Dennis Rodman did a lot to popularize the body of the illustrated man, but now that he's off the court, Shaquille O'Neal and LeBron James, their bulging biceps blackened with immense ink designs, are the poster boys for the tattoo industry.
Rodman, O'Neal and James are among the 40 million American men and women who sport tattoos inked in an estimated 20,000 tattoo parlors across the county.
Yes, tattooing is big business, but so is removing tattoos, as more and more people opt to fade a former spouse's name or that butterfly they acquired while in college or the insignia they sat for while in the military or the gang symbols they've outgrown.
Tattoo regret, as it's called, is so common that these days it's estimated that half of the Americans with tattoos now want them removed.
The method considered the most effective in erasing the ink is laser tattoo removal. In its most basic form, the laser is a device that uses concentrated light to pass through the upper layer of skin to the dermis. Short pulses of light fragment the ink into tiny particles that the body naturally expels. Different lights are used for different ink colors. Black ink is the easiest to remove; green, blue, red, and other colors require more laser pulses.
Laser tattoo removal occurs over time, with between one and 10 sessions being the norm. The number of sessions depends on the following characteristics of the tattoo to be removed: size, color, type of ink and age. The sessions typically are conducted by dermatologists, but many states now allow nurses to perform laser treatments.
Laser tattoo removal is so popular that an estimated 100,000 Americans undergo the treatment each year, but it is not without its drawbacks, namely cost and pain.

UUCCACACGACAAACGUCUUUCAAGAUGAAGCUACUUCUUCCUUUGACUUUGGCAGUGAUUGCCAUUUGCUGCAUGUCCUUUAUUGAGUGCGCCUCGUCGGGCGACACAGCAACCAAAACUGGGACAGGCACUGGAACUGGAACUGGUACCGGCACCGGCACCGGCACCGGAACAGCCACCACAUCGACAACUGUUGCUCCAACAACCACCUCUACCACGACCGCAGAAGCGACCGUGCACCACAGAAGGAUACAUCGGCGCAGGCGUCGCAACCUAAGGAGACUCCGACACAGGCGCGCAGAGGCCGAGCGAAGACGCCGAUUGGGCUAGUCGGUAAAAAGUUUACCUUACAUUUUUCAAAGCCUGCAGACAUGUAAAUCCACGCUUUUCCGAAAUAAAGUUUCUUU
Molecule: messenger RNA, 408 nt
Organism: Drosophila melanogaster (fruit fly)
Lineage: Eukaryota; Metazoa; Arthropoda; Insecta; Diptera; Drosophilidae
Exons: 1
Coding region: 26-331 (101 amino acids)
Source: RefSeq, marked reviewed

Laser tattoo removal is expensive. The average cost per treatment session typically ranges between $200 and $500, but because multiple sessions are required, the total cost to remove one tattoo can be as high as $10,000, depending on the size and colors of the tattoo and the expertise of the physician.
Laser tattoo removal is considered cosmetic surgery and, thus, is not covered by medical insurance. Some physicians do, however, offer payment plans and financing options.
Although lasers are considered the best tattoo removal method, the treatments are more painful than the tattooing process itself. To minimize the pain, physicians sometimes apply a topical anesthetic ointment on the tattoo several hours before treatment or they may inject a local anesthetic into the tattoo.
Perhaps the best news besides its effectiveness in removing tattoos is the fact that few side effects are associated with laser tattoo removal. There may be some blistering and scabbing, but both usually disappear within two weeks. Largely because of recent advances in laser technology, scarring, which once was a problem, is now rare.